Horner Park: A Chicago Neighborhood for Nature Lovers
Some Chicago neighborhoods are defined by their nightlife, their food, or their art scene. Some, like Horner Park, are anchored by their wide-open space. The neighborhood, a small pocket contained within North Center, is roughly bounded by Montrose Avenue, California Avenue, Western Avenue, and Irving Park Road.
Nearly half of the community is occupied by its namesake park, which stretches down California Avenue all the way from Montrose Avenue to Irving Park Road. Also, the Chicago River cuts right through the neighborhood, serving as the eastern border of the park. It's this greenspace that beckons Horner Park residents to step outside and enjoy their neighborhood.
Horner Park covers 55 acres, and this extensive space includes two football and soccer fields, nine softball fields, four basketball courts, five tennis courts, picnic areas, and a playground. A path winds around the park, offering a scenic outlet for runners and walkers. The park also has an indoor woodworking shop. Horner Park regularly hosts community events, and some past events include a pumpkin patch, a Turkey Trot, Santa’s workshop, and movies and music during the summer.
The park continues to engage the community with new amenities, like a large, fenced-in dog park. The first phase of the park was officially completed in November 2018. Work on Phase II began in late 2020 and is now complete, providing a paved entryway, a water fountain, a water feature, a small dog area, and benches. Fundraising for Phase III is currently underway with the goal of including artificial turf playfields and further landscaping features.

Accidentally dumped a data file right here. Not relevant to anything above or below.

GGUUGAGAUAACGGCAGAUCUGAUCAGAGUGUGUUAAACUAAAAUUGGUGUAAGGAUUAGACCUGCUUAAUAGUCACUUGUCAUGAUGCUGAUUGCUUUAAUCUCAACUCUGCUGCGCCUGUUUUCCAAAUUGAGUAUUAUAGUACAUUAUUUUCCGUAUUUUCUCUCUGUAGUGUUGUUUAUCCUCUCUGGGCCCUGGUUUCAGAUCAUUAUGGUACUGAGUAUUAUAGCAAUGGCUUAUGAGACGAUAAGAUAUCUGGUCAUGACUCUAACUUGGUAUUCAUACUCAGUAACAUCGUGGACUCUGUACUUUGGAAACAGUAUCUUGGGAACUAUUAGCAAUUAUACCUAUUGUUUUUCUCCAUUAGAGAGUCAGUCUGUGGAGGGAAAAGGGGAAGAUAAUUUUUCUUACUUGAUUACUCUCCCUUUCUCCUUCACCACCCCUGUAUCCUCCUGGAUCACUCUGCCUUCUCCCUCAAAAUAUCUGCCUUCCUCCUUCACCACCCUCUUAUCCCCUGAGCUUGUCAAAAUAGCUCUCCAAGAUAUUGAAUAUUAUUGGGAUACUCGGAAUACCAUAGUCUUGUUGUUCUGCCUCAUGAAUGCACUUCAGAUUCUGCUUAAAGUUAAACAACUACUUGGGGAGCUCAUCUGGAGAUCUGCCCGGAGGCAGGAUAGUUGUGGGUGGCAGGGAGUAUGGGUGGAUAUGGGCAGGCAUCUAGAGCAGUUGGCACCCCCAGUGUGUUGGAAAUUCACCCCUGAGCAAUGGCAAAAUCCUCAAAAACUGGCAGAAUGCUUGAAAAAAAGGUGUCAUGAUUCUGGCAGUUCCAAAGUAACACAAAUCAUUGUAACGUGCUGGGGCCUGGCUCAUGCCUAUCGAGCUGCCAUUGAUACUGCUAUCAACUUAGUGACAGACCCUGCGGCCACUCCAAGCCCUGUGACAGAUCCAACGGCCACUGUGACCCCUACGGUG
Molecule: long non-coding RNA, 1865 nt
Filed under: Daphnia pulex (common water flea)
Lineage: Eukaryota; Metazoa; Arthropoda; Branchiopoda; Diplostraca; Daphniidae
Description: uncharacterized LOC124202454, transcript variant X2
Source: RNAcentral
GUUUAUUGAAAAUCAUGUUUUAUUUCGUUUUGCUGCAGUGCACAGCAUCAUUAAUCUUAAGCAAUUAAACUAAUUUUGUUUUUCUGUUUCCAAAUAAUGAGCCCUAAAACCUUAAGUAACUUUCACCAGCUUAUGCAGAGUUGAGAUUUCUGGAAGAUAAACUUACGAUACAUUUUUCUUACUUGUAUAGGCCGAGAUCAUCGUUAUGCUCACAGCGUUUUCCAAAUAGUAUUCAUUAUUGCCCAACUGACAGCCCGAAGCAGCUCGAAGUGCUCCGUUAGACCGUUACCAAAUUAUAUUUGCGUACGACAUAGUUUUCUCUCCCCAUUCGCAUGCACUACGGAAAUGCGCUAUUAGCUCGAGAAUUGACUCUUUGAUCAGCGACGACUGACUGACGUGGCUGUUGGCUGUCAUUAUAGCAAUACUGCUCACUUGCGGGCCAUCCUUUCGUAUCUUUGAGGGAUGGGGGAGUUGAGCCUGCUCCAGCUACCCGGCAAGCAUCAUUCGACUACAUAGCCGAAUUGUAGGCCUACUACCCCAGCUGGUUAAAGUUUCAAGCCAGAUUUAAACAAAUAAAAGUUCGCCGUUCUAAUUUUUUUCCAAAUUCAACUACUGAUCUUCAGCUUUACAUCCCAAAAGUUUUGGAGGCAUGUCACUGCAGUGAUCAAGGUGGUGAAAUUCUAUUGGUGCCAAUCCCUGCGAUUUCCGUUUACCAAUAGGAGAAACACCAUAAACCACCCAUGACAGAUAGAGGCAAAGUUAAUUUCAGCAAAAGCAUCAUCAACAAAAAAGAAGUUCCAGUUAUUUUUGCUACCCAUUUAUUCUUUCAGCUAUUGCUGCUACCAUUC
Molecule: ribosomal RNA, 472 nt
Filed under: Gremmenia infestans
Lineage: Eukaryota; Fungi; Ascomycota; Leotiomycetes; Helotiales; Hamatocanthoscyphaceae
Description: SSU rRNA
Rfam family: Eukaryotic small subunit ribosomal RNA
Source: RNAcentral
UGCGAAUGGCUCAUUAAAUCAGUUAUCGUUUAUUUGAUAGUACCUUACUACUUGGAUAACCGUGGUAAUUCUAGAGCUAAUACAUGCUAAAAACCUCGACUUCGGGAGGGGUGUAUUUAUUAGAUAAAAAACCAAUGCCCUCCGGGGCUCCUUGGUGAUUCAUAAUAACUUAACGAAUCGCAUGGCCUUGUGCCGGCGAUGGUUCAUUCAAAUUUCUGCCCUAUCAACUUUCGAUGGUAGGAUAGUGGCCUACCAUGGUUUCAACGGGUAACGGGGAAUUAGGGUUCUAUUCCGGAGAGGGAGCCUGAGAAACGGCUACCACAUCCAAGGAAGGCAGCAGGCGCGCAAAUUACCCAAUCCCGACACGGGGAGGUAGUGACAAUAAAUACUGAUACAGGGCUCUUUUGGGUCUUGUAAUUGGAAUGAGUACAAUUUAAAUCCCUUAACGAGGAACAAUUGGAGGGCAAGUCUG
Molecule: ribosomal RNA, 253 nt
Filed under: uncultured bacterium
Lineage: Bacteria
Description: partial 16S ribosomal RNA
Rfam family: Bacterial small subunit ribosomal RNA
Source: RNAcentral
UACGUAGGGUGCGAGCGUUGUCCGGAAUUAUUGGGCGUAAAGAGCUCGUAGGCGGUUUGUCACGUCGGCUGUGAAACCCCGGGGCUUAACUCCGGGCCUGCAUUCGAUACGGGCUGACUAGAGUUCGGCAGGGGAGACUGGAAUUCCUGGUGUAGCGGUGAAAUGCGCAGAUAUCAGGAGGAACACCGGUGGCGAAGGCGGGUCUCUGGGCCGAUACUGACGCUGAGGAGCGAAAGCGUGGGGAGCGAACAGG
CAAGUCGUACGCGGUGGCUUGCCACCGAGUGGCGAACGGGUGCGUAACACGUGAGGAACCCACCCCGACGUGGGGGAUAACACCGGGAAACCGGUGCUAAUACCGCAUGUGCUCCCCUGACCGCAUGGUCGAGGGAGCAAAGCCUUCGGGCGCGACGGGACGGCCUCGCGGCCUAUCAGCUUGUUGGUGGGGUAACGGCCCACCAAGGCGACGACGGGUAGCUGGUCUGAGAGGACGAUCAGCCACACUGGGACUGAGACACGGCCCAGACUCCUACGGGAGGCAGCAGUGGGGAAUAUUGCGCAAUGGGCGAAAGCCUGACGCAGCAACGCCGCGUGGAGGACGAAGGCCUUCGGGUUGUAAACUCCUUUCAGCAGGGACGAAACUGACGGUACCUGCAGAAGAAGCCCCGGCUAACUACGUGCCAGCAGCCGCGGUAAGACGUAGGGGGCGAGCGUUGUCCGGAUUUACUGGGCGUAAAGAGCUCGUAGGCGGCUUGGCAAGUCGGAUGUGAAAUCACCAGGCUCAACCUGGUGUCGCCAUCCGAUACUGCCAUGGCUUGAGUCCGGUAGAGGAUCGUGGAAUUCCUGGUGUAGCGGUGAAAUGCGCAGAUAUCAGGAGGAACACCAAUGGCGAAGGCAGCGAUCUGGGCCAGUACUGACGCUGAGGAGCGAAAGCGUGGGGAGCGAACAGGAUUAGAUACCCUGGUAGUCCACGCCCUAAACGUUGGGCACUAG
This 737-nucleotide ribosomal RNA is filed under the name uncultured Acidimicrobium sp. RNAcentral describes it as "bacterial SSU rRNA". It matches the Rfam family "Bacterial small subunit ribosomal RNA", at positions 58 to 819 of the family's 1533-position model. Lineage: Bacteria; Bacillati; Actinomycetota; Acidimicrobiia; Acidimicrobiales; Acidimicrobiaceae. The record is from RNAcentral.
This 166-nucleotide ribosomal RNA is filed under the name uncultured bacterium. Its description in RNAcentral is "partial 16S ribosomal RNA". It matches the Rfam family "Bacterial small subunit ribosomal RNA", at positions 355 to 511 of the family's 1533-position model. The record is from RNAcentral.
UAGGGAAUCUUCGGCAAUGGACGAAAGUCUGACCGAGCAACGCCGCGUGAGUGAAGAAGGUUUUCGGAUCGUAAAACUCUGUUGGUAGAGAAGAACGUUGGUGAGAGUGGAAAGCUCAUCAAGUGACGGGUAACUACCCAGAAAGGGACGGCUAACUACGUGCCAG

In addition to Horner Park, the community has stepped up to maintain Riverbank Neighbors Park, a quarter-mile stretch of the Chicago River. Started in 1994, Riverbank Neighbors invites people to help maintain this natural area.
The Neighborhood Association
Horner Park Neighbors has been dedicated to bettering the neighborhood since 1988. The organization holds regular meetings (on the second Wednesday of every month) at the Horner Park Fieldhouse. According to the Horner Park Neighbors website, they work directly with the alderman’s office and police department to answer any questions residents may have.
The neighborhood association also hosts a number of outdoor events throughout the year. From June 5 to Oct. 2, residents can come to the park to browse the Saturday morning farmers market. Horner Park Neighbors also puts together an annual block party for the community. The 2021 block party, scheduled for Sep. 18, will give residents a chance to enjoy the fleeting warm weather with food, games, and entertainment.
With regular clean-up events, Horner Park Neighbors also encourages people to be a part of keeping their community clean. People can gather together to beautify their own streets and get to know their neighbors.
The Chicago River runs north and south through the city, serving as a central feature of the neighborhood. Horner Park is one of the quieter, more residential riverside neighborhoods, especially compared to enclaves like Bucktown and the South Loop. In addition to offering coveted waterfront property, the river also draws the community together with events.
In 2018, Horner Park hosted Riverfest, honoring Native American culture. During Riverfest, people took canoe paddling lessons and listened to live music. Plus, the American Indian Center hosted a scavenger hunt to help teach people about the plants growing along the river.
Also, the American Indian Center recently raised the funds to complete an art installation, designed by artist Santiago X, in Horner Park. The artist is creating an effigy mound that will resemble a coiled snake, and once completed, will join the finished Serpent Twin in Schiller Park, according to the Chicago Tribune. The entire project will create two mounds and the Northwest Portage Walking Museum.
“As far as this earthworks project,” Santiago X told the Chicago Tribune, “it’s an opportunity for our communities to build some beauty and to create some spaces that celebrate a coming together to create more equity; to elevate the voice of the ancestral peoples, the presence of Indigenous peoples together—because we’re not doing it alone. People outside of our community are a big part of this, big stakeholders in creating this reality in making our visions and hopes for prosperity tangible. I think the beauty begins with contemplative place-making like this.”